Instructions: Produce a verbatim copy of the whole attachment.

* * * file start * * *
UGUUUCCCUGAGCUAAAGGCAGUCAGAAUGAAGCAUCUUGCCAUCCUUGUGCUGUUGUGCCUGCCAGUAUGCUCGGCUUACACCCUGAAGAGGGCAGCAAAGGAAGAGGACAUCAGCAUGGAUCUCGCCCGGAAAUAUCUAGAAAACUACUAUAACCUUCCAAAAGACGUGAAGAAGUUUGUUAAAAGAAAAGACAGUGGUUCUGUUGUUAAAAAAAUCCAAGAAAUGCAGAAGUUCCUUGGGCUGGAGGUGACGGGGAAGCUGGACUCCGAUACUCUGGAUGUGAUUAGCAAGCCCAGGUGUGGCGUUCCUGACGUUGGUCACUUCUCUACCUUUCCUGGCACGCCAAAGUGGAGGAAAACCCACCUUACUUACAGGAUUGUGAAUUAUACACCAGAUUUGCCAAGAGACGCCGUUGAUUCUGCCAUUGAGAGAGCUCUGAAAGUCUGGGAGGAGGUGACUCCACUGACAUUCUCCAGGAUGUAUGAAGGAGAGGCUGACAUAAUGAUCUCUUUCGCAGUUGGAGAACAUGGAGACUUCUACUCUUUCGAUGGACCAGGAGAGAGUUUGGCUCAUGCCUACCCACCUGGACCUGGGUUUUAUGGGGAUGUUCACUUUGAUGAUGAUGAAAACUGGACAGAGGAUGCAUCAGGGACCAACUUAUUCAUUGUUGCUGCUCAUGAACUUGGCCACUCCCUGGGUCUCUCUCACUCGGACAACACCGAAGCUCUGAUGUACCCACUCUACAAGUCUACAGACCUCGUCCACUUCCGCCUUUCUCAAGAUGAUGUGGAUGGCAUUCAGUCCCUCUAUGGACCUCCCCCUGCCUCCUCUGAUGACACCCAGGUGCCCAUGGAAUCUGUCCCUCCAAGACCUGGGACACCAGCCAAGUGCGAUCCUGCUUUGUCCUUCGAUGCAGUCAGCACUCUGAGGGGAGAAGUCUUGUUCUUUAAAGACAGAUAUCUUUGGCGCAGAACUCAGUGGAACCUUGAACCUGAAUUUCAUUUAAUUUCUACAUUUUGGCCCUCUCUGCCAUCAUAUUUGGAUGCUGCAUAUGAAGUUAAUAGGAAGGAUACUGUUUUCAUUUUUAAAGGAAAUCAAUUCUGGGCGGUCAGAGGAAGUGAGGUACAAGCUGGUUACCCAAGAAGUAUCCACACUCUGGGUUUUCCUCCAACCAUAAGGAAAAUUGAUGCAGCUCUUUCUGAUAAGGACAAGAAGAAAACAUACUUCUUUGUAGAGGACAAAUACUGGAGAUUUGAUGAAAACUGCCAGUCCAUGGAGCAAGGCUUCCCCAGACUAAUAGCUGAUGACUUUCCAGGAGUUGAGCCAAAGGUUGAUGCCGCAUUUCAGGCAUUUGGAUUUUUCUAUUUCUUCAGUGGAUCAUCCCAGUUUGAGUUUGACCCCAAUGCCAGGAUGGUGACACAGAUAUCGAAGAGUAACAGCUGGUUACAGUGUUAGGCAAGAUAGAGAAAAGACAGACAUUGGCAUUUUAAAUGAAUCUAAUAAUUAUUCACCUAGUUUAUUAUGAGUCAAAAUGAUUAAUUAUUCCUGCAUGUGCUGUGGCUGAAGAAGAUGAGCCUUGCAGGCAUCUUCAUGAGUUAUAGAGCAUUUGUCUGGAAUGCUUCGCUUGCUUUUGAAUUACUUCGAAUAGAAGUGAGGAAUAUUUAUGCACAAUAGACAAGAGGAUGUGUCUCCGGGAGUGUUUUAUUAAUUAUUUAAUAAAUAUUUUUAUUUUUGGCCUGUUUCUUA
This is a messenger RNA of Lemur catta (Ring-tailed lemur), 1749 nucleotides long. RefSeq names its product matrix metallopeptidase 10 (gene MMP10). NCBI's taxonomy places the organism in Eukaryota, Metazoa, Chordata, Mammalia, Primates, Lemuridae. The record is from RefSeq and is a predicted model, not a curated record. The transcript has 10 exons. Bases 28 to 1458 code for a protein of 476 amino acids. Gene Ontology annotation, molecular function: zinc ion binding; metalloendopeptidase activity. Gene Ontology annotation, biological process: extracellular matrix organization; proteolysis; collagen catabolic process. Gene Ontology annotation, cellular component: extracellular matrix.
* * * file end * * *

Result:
UGUUUCCCUGAGCUAAAGGCAGUCAGAAUGAAGCAUCUUGCCAUCCUUGUGCUGUUGUGCCUGCCAGUAUGCUCGGCUUACACCCUGAAGAGGGCAGCAAAGGAAGAGGACAUCAGCAUGGAUCUCGCCCGGAAAUAUCUAGAAAACUACUAUAACCUUCCAAAAGACGUGAAGAAGUUUGUUAAAAGAAAAGACAGUGGUUCUGUUGUUAAAAAAAUCCAAGAAAUGCAGAAGUUCCUUGGGCUGGAGGUGACGGGGAAGCUGGACUCCGAUACUCUGGAUGUGAUUAGCAAGCCCAGGUGUGGCGUUCCUGACGUUGGUCACUUCUCUACCUUUCCUGGCACGCCAAAGUGGAGGAAAACCCACCUUACUUACAGGAUUGUGAAUUAUACACCAGAUUUGCCAAGAGACGCCGUUGAUUCUGCCAUUGAGAGAGCUCUGAAAGUCUGGGAGGAGGUGACUCCACUGACAUUCUCCAGGAUGUAUGAAGGAGAGGCUGACAUAAUGAUCUCUUUCGCAGUUGGAGAACAUGGAGACUUCUACUCUUUCGAUGGACCAGGAGAGAGUUUGGCUCAUGCCUACCCACCUGGACCUGGGUUUUAUGGGGAUGUUCACUUUGAUGAUGAUGAAAACUGGACAGAGGAUGCAUCAGGGACCAACUUAUUCAUUGUUGCUGCUCAUGAACUUGGCCACUCCCUGGGUCUCUCUCACUCGGACAACACCGAAGCUCUGAUGUACCCACUCUACAAGUCUACAGACCUCGUCCACUUCCGCCUUUCUCAAGAUGAUGUGGAUGGCAUUCAGUCCCUCUAUGGACCUCCCCCUGCCUCCUCUGAUGACACCCAGGUGCCCAUGGAAUCUGUCCCUCCAAGACCUGGGACACCAGCCAAGUGCGAUCCUGCUUUGUCCUUCGAUGCAGUCAGCACUCUGAGGGGAGAAGUCUUGUUCUUUAAAGACAGAUAUCUUUGGCGCAGAACUCAGUGGAACCUUGAACCUGAAUUUCAUUUAAUUUCUACAUUUUGGCCCUCUCUGCCAUCAUAUUUGGAUGCUGCAUAUGAAGUUAAUAGGAAGGAUACUGUUUUCAUUUUUAAAGGAAAUCAAUUCUGGGCGGUCAGAGGAAGUGAGGUACAAGCUGGUUACCCAAGAAGUAUCCACACUCUGGGUUUUCCUCCAACCAUAAGGAAAAUUGAUGCAGCUCUUUCUGAUAAGGACAAGAAGAAAACAUACUUCUUUGUAGAGGACAAAUACUGGAGAUUUGAUGAAAACUGCCAGUCCAUGGAGCAAGGCUUCCCCAGACUAAUAGCUGAUGACUUUCCAGGAGUUGAGCCAAAGGUUGAUGCCGCAUUUCAGGCAUUUGGAUUUUUCUAUUUCUUCAGUGGAUCAUCCCAGUUUGAGUUUGACCCCAAUGCCAGGAUGGUGACACAGAUAUCGAAGAGUAACAGCUGGUUACAGUGUUAGGCAAGAUAGAGAAAAGACAGACAUUGGCAUUUUAAAUGAAUCUAAUAAUUAUUCACCUAGUUUAUUAUGAGUCAAAAUGAUUAAUUAUUCCUGCAUGUGCUGUGGCUGAAGAAGAUGAGCCUUGCAGGCAUCUUCAUGAGUUAUAGAGCAUUUGUCUGGAAUGCUUCGCUUGCUUUUGAAUUACUUCGAAUAGAAGUGAGGAAUAUUUAUGCACAAUAGACAAGAGGAUGUGUCUCCGGGAGUGUUUUAUUAAUUAUUUAAUAAAUAUUUUUAUUUUUGGCCUGUUUCUUA
This is a messenger RNA of Lemur catta (Ring-tailed lemur), 1749 nucleotides long. RefSeq names its product matrix metallopeptidase 10 (gene MMP10). NCBI's taxonomy places the organism in Eukaryota, Metazoa, Chordata, Mammalia, Primates, Lemuridae. The record is from RefSeq and is a predicted model, not a curated record. The transcript has 10 exons. Bases 28 to 1458 code for a protein of 476 amino acids. Gene Ontology annotation, molecular function: zinc ion binding; metalloendopeptidase activity. Gene Ontology annotation, biological process: extracellular matrix organization; proteolysis; collagen catabolic process. Gene Ontology annotation, cellular component: extracellular matrix.